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Tourists Take Selfies With Dead Whales After Slaughter

Tourists Take Selfies With Dead Whales After Slaughter

Warning: Some may find the following content distressing.

A legal hunting tradition that takes place in Denmark's Faroe Islands was caught on camera last week - and the photos are hard to stomach.

On Tuesday, 30th July, 23 pilot whales were rounded up and slaughtered in the bay of Hvalvik, in scene that have outraged animal rights activists.

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The sea turned red as the whales were drove towards the shore by fishing boat before being killed in the water.

The whales are killed for their meat and blubber, a centuries-old tradition that helps feel the population of the remote Atlantic island over winter.

Unbelievably, it was the 10th whale hunt of its kind in the Faroe Islands this year, with 536 pilot whales slaughtered in total.

Credit: Triangle News
Credit: Triangle News
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Once the hunt was over, the corpses of the dead mammals were lined up on the beach, where young children looked over them and tourists took photos meters from the dead whales.

Photos were captured by charity Sea Shepherd UK, who got a tip the hunt - known locally as a grind - was due to take place.

"Over the course of the lengthy drive more and more members of the public and tourists could be seen stopping along the coastline to watch the family of pilot whales struggle and resist," said a spokesperson for the charity.

Credit: Triangle News
Credit: Triangle News
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Credit: Triangle News
Credit: Triangle News

"As is often the case, the grind was swiftly becoming a social event with parents laughing and chatting as children played on the killing beach.

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"The level of excitement was clearly growing as anticipation of the brutality came closer, epitomising the social aspect of the grind was the sight of a youth group - possibly a guides or scout group - sat eagerly watching and waiting."

Credit: Triangle News
Credit: Triangle News
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They added: "Grind participants ran cheering into the pod to start attaching ropes and pulling individuals out to begin slaughtering.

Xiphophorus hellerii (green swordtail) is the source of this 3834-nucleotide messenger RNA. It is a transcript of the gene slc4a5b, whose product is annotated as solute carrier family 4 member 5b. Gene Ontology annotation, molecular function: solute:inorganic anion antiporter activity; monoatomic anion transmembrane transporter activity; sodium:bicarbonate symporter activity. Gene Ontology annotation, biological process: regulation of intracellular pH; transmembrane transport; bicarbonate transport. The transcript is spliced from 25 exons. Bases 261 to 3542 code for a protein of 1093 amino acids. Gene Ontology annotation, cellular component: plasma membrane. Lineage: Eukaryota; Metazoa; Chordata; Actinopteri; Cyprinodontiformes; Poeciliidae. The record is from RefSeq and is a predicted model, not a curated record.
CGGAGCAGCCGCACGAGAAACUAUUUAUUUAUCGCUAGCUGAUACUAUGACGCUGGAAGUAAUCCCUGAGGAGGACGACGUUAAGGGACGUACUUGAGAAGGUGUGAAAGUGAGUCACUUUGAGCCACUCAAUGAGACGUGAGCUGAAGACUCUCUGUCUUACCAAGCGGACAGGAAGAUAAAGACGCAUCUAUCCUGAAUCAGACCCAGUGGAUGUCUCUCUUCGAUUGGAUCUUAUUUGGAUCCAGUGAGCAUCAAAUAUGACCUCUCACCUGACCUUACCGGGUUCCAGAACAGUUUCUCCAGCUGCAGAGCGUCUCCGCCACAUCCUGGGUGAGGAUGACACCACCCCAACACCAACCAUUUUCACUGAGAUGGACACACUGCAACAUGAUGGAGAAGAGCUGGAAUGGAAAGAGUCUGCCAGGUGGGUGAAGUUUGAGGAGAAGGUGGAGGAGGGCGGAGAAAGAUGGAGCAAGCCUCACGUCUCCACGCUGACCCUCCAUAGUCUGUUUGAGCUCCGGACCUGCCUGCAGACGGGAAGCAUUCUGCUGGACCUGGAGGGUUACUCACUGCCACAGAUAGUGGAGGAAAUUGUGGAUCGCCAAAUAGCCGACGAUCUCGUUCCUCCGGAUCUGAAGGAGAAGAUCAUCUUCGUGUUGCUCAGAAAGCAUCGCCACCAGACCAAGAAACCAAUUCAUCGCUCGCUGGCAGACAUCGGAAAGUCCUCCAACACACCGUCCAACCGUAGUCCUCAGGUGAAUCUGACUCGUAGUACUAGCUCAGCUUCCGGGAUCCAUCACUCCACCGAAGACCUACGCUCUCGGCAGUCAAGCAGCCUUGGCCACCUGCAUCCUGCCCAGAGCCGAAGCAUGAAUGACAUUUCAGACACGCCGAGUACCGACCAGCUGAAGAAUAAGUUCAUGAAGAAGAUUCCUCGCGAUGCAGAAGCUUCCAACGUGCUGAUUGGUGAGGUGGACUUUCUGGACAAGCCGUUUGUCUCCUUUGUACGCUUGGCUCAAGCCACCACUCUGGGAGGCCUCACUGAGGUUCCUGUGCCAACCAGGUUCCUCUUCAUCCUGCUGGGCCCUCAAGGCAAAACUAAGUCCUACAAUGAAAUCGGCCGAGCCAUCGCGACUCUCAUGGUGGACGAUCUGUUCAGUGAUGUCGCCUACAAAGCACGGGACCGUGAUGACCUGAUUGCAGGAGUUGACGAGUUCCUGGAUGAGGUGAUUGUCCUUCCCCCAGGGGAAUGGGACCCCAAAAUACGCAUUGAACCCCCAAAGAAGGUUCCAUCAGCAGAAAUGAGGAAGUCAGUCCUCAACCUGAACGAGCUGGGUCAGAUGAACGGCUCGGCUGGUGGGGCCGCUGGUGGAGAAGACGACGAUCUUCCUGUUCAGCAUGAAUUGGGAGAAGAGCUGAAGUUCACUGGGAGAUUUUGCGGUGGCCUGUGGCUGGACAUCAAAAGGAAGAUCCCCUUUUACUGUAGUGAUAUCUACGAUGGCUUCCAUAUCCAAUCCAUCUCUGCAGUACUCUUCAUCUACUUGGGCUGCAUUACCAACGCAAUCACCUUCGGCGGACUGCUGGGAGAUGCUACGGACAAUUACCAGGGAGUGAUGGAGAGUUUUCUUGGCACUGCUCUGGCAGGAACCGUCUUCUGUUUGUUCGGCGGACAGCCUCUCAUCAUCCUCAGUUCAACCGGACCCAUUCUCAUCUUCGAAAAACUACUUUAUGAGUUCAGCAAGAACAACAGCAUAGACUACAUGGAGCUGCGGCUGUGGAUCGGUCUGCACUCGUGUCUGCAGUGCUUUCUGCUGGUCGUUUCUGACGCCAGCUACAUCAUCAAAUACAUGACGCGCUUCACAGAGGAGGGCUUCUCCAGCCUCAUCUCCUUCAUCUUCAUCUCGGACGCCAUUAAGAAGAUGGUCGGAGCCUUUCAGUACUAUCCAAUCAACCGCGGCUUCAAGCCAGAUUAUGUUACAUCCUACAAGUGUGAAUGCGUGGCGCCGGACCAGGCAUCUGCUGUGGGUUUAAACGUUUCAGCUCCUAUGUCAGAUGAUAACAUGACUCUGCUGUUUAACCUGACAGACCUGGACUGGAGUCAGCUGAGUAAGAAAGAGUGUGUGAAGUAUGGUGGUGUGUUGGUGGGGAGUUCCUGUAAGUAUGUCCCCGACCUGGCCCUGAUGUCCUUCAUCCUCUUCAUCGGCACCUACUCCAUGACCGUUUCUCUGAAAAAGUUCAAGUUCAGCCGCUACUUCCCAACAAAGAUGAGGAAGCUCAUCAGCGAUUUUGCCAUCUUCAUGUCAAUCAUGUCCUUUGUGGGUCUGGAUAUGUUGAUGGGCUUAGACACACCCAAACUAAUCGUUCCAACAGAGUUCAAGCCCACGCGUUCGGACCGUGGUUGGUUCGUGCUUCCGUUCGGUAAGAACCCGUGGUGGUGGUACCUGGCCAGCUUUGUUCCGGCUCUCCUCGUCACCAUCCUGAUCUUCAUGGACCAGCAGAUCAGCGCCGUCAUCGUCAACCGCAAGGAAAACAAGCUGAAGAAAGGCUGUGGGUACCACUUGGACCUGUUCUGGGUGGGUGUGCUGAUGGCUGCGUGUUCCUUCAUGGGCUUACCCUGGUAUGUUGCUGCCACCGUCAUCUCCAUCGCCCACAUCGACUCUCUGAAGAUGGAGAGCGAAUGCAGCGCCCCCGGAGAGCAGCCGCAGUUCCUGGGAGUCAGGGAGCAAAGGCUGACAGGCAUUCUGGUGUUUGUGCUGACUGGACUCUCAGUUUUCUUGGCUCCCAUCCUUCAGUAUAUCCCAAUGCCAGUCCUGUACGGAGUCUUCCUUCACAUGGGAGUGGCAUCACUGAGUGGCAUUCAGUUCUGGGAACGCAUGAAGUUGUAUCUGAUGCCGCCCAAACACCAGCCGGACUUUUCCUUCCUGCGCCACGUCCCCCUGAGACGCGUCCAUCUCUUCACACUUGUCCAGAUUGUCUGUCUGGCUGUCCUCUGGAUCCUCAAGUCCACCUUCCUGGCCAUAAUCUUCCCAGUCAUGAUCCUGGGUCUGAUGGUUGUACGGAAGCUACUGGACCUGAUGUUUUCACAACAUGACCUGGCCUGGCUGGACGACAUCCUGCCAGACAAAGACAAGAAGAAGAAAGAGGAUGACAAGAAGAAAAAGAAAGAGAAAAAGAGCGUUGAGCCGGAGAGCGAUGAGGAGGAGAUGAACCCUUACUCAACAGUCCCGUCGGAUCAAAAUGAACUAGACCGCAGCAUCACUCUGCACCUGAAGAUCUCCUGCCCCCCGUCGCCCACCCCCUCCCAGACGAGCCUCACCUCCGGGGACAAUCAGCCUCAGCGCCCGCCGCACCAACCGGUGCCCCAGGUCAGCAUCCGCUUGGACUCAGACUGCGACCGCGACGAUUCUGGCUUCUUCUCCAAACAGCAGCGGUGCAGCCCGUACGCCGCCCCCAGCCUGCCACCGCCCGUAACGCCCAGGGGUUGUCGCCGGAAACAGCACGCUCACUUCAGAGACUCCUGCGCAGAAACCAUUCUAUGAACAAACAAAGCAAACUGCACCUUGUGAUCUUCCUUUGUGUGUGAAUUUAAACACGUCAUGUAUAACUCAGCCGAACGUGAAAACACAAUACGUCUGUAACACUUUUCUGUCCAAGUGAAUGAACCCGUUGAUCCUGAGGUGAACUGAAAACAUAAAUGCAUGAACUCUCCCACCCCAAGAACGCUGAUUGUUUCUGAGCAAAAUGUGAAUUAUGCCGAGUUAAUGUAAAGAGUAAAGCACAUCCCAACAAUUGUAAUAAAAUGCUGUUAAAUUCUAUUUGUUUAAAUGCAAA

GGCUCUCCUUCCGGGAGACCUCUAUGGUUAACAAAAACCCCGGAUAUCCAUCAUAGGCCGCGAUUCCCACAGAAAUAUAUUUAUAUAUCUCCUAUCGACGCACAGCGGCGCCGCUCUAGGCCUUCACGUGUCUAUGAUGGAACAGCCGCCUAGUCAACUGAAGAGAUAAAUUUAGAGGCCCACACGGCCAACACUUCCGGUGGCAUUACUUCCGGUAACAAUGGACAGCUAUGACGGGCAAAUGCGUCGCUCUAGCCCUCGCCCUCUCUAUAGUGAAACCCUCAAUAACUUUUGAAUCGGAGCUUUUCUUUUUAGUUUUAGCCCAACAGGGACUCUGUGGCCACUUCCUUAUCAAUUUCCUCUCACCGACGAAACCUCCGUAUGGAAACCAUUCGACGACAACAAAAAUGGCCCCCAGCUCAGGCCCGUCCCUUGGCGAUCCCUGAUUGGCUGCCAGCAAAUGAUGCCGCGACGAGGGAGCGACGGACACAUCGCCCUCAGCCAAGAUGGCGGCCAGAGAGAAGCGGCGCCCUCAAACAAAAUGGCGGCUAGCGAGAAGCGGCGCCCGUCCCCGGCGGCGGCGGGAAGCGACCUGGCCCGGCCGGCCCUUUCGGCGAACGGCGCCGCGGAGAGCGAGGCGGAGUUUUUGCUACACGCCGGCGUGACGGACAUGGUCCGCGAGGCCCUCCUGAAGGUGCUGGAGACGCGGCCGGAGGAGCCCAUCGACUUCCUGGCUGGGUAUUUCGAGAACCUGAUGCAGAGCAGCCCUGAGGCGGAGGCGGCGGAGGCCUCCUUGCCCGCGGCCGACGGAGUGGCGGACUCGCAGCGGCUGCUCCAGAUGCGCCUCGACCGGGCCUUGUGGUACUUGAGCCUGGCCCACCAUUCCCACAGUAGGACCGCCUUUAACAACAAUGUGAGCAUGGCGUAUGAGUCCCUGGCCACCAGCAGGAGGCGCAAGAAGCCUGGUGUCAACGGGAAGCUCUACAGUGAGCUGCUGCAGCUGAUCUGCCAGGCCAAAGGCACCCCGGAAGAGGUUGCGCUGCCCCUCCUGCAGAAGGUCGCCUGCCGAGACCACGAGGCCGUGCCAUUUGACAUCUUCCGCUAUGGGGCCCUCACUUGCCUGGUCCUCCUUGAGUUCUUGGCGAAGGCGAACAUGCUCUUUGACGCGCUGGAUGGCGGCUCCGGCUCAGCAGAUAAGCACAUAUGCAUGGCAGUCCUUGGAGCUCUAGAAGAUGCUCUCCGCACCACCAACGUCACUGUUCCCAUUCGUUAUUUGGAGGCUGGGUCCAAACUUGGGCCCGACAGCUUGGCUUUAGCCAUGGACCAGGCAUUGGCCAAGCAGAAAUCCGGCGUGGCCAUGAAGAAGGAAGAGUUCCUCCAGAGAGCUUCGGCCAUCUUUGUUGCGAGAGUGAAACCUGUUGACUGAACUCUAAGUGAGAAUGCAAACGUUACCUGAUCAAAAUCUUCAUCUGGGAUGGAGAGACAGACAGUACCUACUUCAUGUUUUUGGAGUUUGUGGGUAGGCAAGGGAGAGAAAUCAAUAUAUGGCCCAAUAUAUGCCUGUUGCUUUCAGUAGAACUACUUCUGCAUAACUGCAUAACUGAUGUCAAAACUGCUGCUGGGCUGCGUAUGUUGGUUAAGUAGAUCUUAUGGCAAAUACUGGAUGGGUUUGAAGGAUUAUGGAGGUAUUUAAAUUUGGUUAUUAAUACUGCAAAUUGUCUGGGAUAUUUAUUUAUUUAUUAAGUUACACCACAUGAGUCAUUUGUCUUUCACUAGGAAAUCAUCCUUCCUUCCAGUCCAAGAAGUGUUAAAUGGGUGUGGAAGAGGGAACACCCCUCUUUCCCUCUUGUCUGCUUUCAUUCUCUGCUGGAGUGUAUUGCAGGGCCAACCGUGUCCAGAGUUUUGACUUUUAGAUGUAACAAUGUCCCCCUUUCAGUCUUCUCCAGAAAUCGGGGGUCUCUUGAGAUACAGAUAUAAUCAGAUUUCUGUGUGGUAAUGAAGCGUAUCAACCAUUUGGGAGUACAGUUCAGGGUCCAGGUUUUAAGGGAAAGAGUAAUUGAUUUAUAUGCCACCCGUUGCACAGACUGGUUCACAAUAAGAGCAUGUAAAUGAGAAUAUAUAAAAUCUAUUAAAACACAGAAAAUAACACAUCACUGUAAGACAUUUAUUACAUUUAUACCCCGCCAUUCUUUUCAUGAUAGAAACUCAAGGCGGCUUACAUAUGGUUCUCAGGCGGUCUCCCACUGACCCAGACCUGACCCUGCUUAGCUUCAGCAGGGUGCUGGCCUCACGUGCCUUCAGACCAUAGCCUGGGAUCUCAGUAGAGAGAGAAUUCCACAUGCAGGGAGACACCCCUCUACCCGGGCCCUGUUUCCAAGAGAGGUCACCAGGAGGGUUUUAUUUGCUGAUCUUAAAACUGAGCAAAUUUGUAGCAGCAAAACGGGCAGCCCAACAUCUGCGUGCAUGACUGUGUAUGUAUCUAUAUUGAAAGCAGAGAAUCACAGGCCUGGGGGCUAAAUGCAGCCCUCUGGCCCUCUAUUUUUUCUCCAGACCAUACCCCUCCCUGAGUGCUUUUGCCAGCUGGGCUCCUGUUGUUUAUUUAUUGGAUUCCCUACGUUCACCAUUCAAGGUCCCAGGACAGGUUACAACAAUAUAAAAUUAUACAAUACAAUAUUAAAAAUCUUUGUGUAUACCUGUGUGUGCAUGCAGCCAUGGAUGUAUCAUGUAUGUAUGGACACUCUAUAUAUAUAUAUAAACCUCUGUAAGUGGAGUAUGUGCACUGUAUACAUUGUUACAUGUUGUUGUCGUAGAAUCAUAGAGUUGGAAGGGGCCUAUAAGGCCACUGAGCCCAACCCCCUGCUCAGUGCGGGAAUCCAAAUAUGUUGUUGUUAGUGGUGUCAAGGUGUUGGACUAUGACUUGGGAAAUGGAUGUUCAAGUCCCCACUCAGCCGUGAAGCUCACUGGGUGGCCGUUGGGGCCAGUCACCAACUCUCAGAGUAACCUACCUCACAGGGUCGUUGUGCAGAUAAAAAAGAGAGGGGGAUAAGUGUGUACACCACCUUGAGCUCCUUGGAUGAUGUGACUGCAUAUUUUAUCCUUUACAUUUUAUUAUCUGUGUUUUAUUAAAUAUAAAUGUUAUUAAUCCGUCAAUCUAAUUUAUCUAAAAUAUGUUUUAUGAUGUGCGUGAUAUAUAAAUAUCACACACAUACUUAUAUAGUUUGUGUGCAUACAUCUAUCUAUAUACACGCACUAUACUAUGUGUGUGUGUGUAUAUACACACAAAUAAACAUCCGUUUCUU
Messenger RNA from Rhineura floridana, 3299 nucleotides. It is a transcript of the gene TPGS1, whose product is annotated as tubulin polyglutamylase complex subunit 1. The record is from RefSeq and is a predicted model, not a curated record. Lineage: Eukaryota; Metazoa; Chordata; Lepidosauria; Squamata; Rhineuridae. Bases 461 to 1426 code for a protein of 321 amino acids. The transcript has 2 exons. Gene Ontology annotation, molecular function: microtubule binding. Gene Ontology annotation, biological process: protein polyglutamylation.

"Though, as usual, the 'humane' process of killing the pilot whales was far from it, with multiple unsuccessful attempts to paralyse the with the lance were observed on a number of the pod.

"Having previously observed other pilot whale drives our crew noted that this pod had clearly been worn out or resigned to their fate as little to no cries were heard from the pod.

Credit: Triangle News
Credit: Triangle News
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"As the family were laid out on the docks the all too familiar and disturbing images of children jumping on and playing with the dead could be seen.

"As the process continued crew witnessed one juvenile being laid out to be butchered and the harrowing sight of one unborn calf being cut from their mother's womb.

Credit: Triangle News
Credit: Triangle News

"Our crew learnt from one participant that the unborn are not eaten and would later be 'returned to the sea', an eloquent way of saying their bodies will be unceremoniously dumped.

"The Faroese often talk of the tradition behind the grindadrap and specifically the respect shown to the pilot whales.

"Video and photographs from the 10th grind of 2019 clearly show this not to be the case, with images of people and tourists taking selfies with the murdered pod.

Credit: Triangle News
Credit: Triangle News

"Children were playing with fins, kicking and punching the bodies, walking on them and worryingly seen running around the dock carrying the traditional knives that are used as part of the grindadrap."

In September 2018, Sea Shepherd UK offered the Faroe Islands one million euros to stop whale hunts for 10 consecutive years, which they did not accept.

Featured Image Credit: Triangle News

Topics: Life News, Life

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Ciara Sheppard

Ciara is a freelance journalist working for Tyla. After graduating from the University of Sussex, Ciara worked as a writer at GLAMOUR Magazine and later as the Assistant Editor of Yahoo Style UK.